To support the store’s increased emphasis on produce, Gibbs also installed a new cooler and assigned produce to a larger area. She keeps prices low by participating in a natural food cooperative that gives her access to steeper discounts on fruits and vegetables. And, Gibbs says somewhat apologetically, “I do the produce myself. I like to control the display and how it looks.” She is, however, training another store employee to pinch-hit for her on occasion. “We have the best produce in town and people come in for that,” Gibbs says, adding that “Dan’s Food Market [another local grocer] also has a great selection.”
Getting nutritious and delicious foods into the hands and bellies of locals was important to Gibbs, but so too is supporting small-scale farmers in the region. To this end, Sage Mountain Natural Foods supports Regenerative Agriculture, which Gibbs describes as a movement that focuses on farming according to environmental principles of enriching soils, protecting water sources, and regenerating ecosystems (which pretty closely matches the Regenerative Agriculture’s definition of the “system of farming principles and practices that increases biodiversity, enriches soils, improves watersheds, and enhances ecosystem services”). It’s a holistic approach, Gibbs explains, where farmers put a lot of energy into “nourishing their land, rotating crops, and maintaining buffers.” Instead of focusing on food production first, Gibbs says, you focus on regenerating the land. “When you harvest you remove crops and take away from the land, which takes away nutrients. You need to give back to the earth.”
“We believe that farmers are an essential part of a healthy community,” Gibbs continues, “and we want to keep our farmers viable. We also want to keep the money in our local economy. So we buy from local farmers as our first option, and Charlie’s [an independent regional produce company] next, then other Pacific Northwest growers, then California growers.”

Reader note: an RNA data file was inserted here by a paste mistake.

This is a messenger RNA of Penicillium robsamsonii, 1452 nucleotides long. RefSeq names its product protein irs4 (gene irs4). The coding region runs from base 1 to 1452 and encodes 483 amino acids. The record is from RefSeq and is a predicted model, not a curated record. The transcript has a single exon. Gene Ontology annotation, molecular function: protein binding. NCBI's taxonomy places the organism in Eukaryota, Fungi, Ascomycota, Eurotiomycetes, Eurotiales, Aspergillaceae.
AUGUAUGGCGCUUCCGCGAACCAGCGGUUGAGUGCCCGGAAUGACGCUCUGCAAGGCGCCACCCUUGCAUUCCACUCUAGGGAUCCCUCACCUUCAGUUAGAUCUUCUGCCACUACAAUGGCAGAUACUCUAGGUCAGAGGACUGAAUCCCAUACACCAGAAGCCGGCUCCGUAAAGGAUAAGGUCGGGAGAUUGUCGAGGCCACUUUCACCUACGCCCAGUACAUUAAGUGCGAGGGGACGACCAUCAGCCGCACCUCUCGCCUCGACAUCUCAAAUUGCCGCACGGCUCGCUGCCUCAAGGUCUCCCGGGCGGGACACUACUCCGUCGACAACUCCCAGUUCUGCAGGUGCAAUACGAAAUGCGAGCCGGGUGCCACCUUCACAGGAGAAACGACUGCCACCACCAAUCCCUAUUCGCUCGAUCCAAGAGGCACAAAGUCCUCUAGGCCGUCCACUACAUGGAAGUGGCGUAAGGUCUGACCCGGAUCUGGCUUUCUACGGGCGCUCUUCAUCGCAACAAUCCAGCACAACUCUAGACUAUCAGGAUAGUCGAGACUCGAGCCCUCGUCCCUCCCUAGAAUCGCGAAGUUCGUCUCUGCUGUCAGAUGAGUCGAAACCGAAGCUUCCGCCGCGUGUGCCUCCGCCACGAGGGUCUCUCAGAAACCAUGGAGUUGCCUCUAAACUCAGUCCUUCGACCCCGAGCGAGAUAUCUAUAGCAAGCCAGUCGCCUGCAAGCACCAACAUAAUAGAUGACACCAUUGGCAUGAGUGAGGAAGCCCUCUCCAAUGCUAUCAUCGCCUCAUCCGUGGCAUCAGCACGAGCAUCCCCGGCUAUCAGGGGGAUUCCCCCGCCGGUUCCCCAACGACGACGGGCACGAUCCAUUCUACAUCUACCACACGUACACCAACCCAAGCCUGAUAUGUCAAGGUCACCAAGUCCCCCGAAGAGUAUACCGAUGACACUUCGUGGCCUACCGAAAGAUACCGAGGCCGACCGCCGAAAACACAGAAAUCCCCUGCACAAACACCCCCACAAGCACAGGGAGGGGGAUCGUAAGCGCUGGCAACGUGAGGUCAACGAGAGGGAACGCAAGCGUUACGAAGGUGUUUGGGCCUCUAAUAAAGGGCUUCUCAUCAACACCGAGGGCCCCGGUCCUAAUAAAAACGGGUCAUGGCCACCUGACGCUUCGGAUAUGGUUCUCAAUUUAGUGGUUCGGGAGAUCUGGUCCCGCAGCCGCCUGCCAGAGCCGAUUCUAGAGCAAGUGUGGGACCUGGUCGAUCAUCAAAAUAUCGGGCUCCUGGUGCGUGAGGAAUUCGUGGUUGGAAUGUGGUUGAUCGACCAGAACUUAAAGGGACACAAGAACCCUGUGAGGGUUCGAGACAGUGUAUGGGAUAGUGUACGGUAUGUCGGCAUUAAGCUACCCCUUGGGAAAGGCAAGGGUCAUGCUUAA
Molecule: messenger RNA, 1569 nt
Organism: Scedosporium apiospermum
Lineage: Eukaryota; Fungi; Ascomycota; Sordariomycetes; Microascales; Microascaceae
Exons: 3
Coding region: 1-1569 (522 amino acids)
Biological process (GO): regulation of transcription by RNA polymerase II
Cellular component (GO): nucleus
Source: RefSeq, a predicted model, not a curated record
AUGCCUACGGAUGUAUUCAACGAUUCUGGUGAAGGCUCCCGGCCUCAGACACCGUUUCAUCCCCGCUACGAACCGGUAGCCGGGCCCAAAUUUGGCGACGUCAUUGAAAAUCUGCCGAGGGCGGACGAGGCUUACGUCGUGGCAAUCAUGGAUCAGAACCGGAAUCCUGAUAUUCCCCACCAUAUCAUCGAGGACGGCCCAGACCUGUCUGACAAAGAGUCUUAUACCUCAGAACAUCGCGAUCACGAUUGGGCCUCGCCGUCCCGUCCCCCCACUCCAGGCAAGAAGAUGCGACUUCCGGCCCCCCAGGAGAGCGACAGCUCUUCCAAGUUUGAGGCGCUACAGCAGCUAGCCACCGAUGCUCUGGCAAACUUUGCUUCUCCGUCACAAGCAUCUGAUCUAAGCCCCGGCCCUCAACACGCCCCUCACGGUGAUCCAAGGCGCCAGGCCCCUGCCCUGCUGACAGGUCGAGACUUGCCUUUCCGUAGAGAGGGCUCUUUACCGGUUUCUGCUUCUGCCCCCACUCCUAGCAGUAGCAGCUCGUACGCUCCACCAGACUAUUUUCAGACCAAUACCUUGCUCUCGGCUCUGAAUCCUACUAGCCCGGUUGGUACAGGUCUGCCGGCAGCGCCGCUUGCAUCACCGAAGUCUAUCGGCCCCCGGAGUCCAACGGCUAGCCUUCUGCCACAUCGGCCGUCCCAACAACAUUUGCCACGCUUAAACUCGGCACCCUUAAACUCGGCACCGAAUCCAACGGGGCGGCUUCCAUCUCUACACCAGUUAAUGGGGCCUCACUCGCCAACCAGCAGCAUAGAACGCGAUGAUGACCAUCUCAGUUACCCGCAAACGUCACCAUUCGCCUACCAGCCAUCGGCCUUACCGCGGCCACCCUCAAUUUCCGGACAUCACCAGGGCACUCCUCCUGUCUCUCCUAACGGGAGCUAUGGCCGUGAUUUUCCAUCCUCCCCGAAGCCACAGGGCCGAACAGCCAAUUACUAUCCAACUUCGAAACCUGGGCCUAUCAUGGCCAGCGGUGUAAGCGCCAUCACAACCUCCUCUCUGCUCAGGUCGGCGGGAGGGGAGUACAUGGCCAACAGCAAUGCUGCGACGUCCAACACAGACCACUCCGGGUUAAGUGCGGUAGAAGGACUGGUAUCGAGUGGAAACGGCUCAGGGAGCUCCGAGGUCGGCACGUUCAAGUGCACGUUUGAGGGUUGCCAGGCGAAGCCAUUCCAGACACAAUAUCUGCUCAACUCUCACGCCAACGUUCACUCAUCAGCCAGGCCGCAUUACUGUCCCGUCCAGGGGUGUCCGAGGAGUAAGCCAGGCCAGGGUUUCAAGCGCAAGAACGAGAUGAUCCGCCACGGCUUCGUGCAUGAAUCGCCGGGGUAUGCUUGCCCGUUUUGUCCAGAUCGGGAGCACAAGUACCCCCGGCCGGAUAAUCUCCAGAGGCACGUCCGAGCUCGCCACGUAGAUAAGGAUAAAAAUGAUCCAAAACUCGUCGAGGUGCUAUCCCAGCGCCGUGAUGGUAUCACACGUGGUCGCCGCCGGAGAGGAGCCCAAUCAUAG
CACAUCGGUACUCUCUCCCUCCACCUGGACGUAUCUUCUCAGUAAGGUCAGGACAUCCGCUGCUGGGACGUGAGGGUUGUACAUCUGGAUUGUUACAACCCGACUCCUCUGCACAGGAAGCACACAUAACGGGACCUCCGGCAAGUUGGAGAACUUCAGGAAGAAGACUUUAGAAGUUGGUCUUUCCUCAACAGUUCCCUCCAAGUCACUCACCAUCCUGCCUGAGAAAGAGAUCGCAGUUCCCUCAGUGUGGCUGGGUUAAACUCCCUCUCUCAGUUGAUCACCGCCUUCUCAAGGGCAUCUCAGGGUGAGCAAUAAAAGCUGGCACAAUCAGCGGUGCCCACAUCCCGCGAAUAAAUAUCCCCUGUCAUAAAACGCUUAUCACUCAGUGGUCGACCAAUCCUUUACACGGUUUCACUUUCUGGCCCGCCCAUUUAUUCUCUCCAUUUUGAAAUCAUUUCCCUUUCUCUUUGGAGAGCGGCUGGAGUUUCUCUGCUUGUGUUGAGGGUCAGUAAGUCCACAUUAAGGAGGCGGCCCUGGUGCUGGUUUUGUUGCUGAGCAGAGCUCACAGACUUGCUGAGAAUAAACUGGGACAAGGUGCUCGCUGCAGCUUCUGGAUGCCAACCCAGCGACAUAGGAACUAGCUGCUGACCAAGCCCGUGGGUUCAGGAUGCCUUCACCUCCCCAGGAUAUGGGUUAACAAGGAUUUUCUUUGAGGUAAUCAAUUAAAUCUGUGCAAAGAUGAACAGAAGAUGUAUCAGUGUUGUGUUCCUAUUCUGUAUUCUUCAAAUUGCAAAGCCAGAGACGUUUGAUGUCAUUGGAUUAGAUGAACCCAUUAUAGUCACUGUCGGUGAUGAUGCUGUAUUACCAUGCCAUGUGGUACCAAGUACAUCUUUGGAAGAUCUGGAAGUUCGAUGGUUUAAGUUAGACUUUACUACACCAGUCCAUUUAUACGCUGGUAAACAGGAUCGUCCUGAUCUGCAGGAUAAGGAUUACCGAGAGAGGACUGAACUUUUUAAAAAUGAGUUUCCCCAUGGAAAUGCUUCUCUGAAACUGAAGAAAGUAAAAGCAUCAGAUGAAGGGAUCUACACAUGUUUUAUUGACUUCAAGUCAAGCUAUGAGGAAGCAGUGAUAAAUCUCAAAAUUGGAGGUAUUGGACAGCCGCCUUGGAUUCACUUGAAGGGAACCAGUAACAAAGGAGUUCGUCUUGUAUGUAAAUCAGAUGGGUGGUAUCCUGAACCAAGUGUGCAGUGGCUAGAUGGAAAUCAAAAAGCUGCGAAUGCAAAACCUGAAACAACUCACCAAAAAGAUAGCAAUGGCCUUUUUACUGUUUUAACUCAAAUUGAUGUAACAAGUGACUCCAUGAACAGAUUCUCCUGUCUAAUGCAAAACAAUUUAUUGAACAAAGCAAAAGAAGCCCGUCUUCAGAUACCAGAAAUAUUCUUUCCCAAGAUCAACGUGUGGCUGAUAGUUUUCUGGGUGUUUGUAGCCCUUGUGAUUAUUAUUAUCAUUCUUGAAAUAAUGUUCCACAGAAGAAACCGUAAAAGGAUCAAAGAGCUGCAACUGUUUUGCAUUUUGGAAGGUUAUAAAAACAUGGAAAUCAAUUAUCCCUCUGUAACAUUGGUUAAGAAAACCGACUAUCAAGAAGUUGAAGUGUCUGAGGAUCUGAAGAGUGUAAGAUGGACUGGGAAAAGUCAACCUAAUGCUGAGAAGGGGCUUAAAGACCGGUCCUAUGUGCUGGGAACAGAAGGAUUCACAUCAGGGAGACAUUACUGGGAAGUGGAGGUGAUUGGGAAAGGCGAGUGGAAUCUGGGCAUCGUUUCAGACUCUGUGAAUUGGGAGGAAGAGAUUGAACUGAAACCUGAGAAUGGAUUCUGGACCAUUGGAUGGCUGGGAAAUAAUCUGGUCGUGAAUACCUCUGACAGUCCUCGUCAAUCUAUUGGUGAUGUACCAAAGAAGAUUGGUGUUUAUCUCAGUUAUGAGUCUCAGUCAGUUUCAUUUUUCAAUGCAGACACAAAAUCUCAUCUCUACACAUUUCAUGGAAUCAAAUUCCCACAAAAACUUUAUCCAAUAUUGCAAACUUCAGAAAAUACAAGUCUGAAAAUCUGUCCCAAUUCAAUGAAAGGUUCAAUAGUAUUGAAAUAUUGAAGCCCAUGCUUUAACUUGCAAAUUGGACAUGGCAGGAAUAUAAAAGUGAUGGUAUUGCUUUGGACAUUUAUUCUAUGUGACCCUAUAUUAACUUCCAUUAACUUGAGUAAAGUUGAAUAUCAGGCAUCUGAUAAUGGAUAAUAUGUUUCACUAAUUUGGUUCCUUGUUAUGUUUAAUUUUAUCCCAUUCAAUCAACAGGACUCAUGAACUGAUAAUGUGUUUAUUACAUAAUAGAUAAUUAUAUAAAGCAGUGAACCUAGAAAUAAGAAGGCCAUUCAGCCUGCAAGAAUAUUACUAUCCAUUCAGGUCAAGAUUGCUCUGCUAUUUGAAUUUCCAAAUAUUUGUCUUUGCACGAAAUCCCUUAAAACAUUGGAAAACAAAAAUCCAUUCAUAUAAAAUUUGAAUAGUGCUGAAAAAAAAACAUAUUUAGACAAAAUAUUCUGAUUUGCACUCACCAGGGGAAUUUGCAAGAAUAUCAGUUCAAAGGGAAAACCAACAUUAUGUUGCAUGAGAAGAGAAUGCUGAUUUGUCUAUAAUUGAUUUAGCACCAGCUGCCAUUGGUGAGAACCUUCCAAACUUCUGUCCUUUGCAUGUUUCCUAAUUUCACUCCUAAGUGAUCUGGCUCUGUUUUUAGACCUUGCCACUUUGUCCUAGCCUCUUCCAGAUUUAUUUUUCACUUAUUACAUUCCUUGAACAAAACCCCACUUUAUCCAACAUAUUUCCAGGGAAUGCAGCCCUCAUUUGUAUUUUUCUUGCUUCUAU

In addition to a robust and appealing produce display, Gibbs worked more fresh fruits and vegetables into Sage Mountain by opening a deli in the store, offering wraps, baked goods, salads, and soups. “It’s all about cooking seasonally and creatively,” she says, “And we have some consistent options and some options that are constantly changing.” The deli has been a big draw to the store, Gibbs is pleased to report. A long-time fan of Seattle’s PCC Community Markets, Gibbs found herself saying “We need something like PCC’s deli.” Once she realized that she had the venue to turn that idle wish into reality, she immediately contacted a deli manager she had in mind, who had managed the deli at The Food Co-op in Port Townsend; that employee now fully manages Sage Mountain’s deli.
Through her work at Sage Mountain, Gibbs has learned how many people really do cook from scratch, despite popular impressions that Americans are all about quick and easy these days. “We’ve offered quick meal packages,” Gibbs says, “but we don’t sell a lot of them. People are buying really basic ingredients from us.” Some of those basic ingredients are somewhat surprising, like Bluebird’s wheat berries or rye berries, for example. As delicious and nutrition-packed as they are, organic Methow Hard Red Wheat Berries are not exactly an impulse buy. Less surprising are the Bluebird Grain Farms Organic Einkorn Flour and Organic Emmer Farro Flour, which Sage Mountain customers scoop up with gusto, indicating widespread baking projects at home.
Cooking from scratch may seem a small gesture, but it’s an important one, giving people like Gibbs hope for a growing population of citizens who value fresh, natural foods grown in a sustainable, regenerative manner. An indication, perhaps, that bigger changes in food systems are afoot. Sage Mountain Natural Foods may be small, but this treasured and vital piece of Leavenworth’s healthy economy and healthy community is making its mark.
Visit Sage Mountain Natural Foods on Facebook, or stop by the store at 11734 Hwy 2 in Leavenworth.